Flash Fiction
by Li Miao Lovett
When it’s slow in the shop Mai puts her
skinny fingers on the cash box and chips away
at her nail polish. It takes her mind off the
heat, which seeps through the walls like thick
syrup. Her spaghetti straps keep falling down
and even the thin cords of nylon feel like
coconut strings swimming in a gooey liquid.

She doesn’t like most of the customers that
come in. She notices their teeth first. The white
people have really white teeth and when they
lean in close she can smell the kind of meat
they had earlier. They eat a lot of pork and
chicken, delicacies that Mai has tasted only a
few times a year back home. Once she even
had duck, and the skin had prickly hairs like the
men who did not bother to shave.

The Korean customers have terrible teeth, and
they are lousy tippers. Through the gauze on
the window she often sees them strolling down
the lane, past the livestock cages and the
vegetable stands. At the entrance to the
building they dust off their pant cuffs. And when
she hears their footfalls on the creaky stairs her
breath catches in her throat. She counts to
thirteen; that’s how many steps it takes them
to reach the second level. And then she starts
over again when they ascend the second flight
of stairs. She recites a rhyme she learned from
her friend Linh back in her old village:

Rabbit runs three steps – hop hop hop
Wolf dashes ahead four – chop chop chop
Off with rabbit’s head now wolf turns ‘round
Everybody runs away without a sound.

Mai stops picking her nails for a moment. She
hears the heavy thud of a man’s soles on the
bottom steps. She counts to thirteen, and then
thirteen again. She recites the little ditty. And
when she looks up a man is leaning on the
counter, his sweaty palms outstretched toward
her. She sees that his short-cropped hair is the
color of sand, and it stands up straighter than
some of his teeth.

“May I help you?” she says.

He looks past her; the creases around his eyes
pinch like dumpling skins as he glances at each
of the women lined against the wall. They have
mastered the art of looking coy and standoffish
at the same time, especially the tall, thin girl
who is not much older than Mai. She has heard
their gossip, and knows there is little pleasure
in what they do for men.

“How much?” he asks.

Her heart thumps.
Off with rabbit’s head now
wolf turns ‘round.
Mai can’t help wincing when
the man’s finger brushes against her spaghetti
strap. “For boom boom, or yum yum?” she
says, remembering to raise her voice, which is
high and thin.

The man stares at her, then laughs. A gecko
darts across the wall but his eyes quickly shift
back to her face. “How much for boom boom?”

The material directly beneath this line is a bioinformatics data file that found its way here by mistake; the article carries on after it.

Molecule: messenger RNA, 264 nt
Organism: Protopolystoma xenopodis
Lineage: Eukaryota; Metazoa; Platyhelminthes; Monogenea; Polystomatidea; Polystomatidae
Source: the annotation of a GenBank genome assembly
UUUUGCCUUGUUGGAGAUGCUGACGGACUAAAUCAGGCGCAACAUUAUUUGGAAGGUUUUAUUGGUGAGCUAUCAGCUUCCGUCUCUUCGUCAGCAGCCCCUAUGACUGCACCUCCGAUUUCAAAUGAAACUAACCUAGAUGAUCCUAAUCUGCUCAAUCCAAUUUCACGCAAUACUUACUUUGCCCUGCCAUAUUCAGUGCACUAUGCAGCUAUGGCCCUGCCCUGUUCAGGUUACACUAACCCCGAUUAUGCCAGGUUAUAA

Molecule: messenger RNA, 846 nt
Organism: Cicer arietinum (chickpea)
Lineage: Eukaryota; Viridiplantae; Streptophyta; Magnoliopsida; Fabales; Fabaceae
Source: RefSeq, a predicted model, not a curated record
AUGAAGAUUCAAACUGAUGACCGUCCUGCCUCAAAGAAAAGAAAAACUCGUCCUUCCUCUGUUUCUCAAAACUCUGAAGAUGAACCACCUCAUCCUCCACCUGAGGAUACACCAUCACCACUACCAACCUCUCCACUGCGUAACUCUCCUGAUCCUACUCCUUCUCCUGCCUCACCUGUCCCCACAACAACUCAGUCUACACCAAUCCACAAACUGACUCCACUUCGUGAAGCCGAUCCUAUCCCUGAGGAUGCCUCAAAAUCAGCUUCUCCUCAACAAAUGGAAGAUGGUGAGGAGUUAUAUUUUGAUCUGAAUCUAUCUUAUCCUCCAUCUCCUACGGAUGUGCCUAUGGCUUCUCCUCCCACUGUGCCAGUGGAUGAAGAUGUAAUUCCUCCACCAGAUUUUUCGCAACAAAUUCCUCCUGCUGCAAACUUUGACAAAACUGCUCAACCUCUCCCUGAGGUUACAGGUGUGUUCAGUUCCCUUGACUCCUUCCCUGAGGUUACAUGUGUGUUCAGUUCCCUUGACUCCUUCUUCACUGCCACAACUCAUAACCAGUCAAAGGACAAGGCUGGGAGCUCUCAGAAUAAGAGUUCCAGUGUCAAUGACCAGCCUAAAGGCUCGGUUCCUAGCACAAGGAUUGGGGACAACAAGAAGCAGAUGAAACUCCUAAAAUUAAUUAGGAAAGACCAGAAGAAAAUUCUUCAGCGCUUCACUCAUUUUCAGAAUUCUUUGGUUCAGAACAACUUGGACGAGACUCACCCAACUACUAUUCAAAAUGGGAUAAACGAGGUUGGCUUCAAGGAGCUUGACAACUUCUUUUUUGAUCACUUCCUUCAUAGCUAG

“Six hundred bhat.” Mai doesn’t look at him, but
she pinches a half-polished fingernail between
her thumb and third finger.

“And yum yum?” He puffs up his cheeks, and
she looks up to see him blowing into his hands,
as if they were cold.

“Four hundred bhat.” She hears giggles from
the women behind her. They are not often
amused, but he is a funny sight, his corn kernel
teeth too small for his boxy jaw, the gleaming,
lusty eyes darting this way and that as he
makes a fool of himself.

“Aw, you’re a smart girl. How about a discount
for both?”

“No,” she says. “Same price.” She’s ready for
him to slap her, the way Madame did the last
time someone talked down their prices.
Off with
rabbit’s head now wolf turns ‘round.
She’s stuck
on the same line, and she can see the wolf’s
fangs, sharp and crimson.

He has not taken his eyes off her. “Here. Have
some guava juice. Looks like they don’t feed
you enough around here.”

She is supposed to say no, but she takes the
cup in her hand and gulps down the cold, sweet

“Tell you what,” the man says, pointing to one
of the girls. “I’ll take her, just boom boom, and
later you can come with me. To eat noodles.
Put a little fat on you.”

Mai ventures to look at his eyes, and sees the
silver flecks in the irises dart like tiny lizards as
he speaks. She does not understand everything
he has said, but she knows that he has made
her a proposition. “Under no circumstances are
you to leave with a man,” Madame said. As if
she were watching out for her like a mother.
But her own mother has not watched out for
her. Her mother may be the real wolf, and then
Mai won’t have to run away from this man.

The man smoothes back his sand-colored hair
as he follows the chosen girl into one of the
rooms. Now she bides her time. She begins
counting again, and even though she must start
over when she reaches one hundred, Mai knows
there will come a time, soon enough, when she
can stop.

Li Miao Lovett is the author of the debut novel, In the Lap of
the Gods, portraying the lives of people displaced by China's
Three Gorges Dam. Her literary work has been published in
Narrative Magazine, Earth Island Journal, Words Without
Borders, and several anthologies including The Chalk Circle. She
has also written about environmental and cultural issues for the
San Francisco Chronicle and KQED public radio. In both fiction
and nonfiction, Li’s work has won awards or finalist standing
from Glimmer Train, Writer’s Digest, National League of
American Pen Women, A Room of Her Own Foundation, and the
James Jones First Novel Fellowship.